CLICK HERE TO SEE BEAVER CREEK HEAVEN
Thank you for letting me go on vacation! I have my happy place and it is called skiing. My family enjoyed a great trip to Beaver Creek in Colorado. My first day started off with some altitude sickness. I threw up 4 times, then I felt great! I had a similar experience in Macchu Picchu. I’ve been to this area many years ago but I stayed at a lower elevation. All I can say is thankfully all I had was water that morning.

I had conversations with a lot of interesting people here from all over the world on the chairlifts: a bunch of lawyers (including a medical malpractice lawyer-defense side), Midwesterners like me, including an African American ski group, Texans, locals, and I heard accents and languages from all over. I equate skiing with what Burning Man is like, or so I hear. People are happy, civilized, generous and caring. We all can get along, can’t we?

Luckily, I came back in one piece, despite the fact that I challenged myself on a couple black diamonds. I’ve only tried one extremely short one before at Northstar. I think I can say “been there, done that.” It’s like running a marathon (which I’ve never done). It’s nice to say that you’ve done it, but it wasn’t fun and a couple is enough! Sweaty palms and the fight or flight mode are not exactly worth it for me. The lawyer was talking about how it would be a bad idea to go down a black diamond alone. That was after I had already done it, and I did it again. One of them asked, “Do you do surgeries?”

My blog has been a popular resource for intermediate skiers for Deer Valley, so here are my recommendations for Beaver Creek. Supposedly, the runs in Bachelor Gulch are simpler, but have more crowded lift lines. None of the blues on the main mountain are easy blues in my opinion. The greens up high are better to warm up on than the bunny hill, which was quite icy. Blues that are high intermediate include Latigo, Gold Dust and Larkspur Bowl. They are quite steep in places and not all that relaxing, but they are all great in parts. The easy black diamonds (easy because I survived) were Helmut’s and Centennial. The blues beneath the Centennial chair which include Centennial and 1876, are also quite steep, as is Redtail. You can only get to Larkspur Bowl via Redtail, so you kind of have to get up the courage to get down there to the lift. The nice thing is that this resort is so groomed, that it makes it more manageable. I would get acquainted with how to ski in powder, because that came up in Larkspur Bowl and Paintbrush. I quickly You Tubed a one minute tip from a Steamboat instructor which reminded to make big C’s rather than S’s and weight your feet equally. That definitely helped. I have a video below which you can click on of what I think is a tamer part of the Centennial run. So beautiful. The trails are so wide you have lots of room for yourself which is not common at so many resorts.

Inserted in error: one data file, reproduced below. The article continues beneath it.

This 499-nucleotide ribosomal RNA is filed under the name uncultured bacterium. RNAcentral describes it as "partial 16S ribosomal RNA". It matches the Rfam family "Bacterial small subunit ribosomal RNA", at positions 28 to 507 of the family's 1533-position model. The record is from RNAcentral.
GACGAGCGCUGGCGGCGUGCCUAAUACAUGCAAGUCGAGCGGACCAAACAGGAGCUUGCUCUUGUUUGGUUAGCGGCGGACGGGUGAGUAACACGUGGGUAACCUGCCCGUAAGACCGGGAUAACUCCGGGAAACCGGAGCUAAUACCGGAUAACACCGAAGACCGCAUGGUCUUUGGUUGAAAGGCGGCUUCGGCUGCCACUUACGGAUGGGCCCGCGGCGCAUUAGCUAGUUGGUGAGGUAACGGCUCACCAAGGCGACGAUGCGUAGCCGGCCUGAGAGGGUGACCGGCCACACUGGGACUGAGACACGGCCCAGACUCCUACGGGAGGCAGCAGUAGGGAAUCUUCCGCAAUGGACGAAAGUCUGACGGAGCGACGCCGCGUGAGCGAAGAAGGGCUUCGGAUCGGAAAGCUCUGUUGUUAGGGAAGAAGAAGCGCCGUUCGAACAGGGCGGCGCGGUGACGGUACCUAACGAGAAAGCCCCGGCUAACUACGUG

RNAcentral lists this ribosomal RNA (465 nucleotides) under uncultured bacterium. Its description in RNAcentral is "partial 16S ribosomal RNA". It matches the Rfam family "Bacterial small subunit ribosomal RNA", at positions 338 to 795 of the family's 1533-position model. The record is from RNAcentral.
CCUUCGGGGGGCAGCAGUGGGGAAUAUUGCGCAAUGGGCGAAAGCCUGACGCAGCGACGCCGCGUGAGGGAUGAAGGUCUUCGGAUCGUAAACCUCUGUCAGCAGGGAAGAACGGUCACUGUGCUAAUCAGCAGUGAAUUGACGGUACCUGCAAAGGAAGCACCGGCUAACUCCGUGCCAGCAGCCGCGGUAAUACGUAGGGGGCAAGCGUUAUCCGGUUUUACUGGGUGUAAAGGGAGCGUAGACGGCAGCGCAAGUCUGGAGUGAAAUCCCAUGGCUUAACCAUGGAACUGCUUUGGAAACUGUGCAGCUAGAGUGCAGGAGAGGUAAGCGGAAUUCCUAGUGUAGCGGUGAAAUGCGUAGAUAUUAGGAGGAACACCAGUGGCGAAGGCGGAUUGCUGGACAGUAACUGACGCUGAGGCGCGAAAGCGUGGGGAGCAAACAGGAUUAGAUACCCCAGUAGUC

Vail Resorts has an interesting app to keep track of your entire families accomplishments. It is pretty cute. I apparently skied the equivalent of Mt Everest. I actually covered much more elevation than that because they only scanned my badge at certain lifts. It also keeps all the pics that they took of your family with the opportunity to download them for a small fee.

Another nice thing about this resort is it is geared for families and kids. They give out really good chocolate chip cookies to everyone, including adults, at 3 PM, free hot cocoa in the morning, free postcards to send anywhere in the world, not bad! Of course, you pay for this in the end. it is probably one of the most expensive resorts in North America ($136 a lift ticket), but for an extra $30 a day, I will take it! if you buy the lift tix ahead you can get a much better deal. People aren’t showy and flashy here, which I love. My kids built their first snowman (which was about 12 inches tall because the snow was not good for packing) and saw their first creek. Dinner reservations or going early is a must. There are few restaurants here in proportion to how many people ski here.

I used one our last Verdure sunscreens on my family, and we didn’t get burned although we only applied once. A lot of you have asked when it will be available again. We are hoping for late summer. Thanks for your patience!

Also, don’t forget to protect those lips! One of my chairlift riders had already burned hers the day before! BTW, Dr. B has a Bowen’s Disease (Squamous cell carcinoma in-situ) on his temple. We are not immune! He is the worst patient. Listening to us during the biopsy last week was like a Marx brothers episode. He also ran into a colleague of ours in the hallway of our hotel! Small world!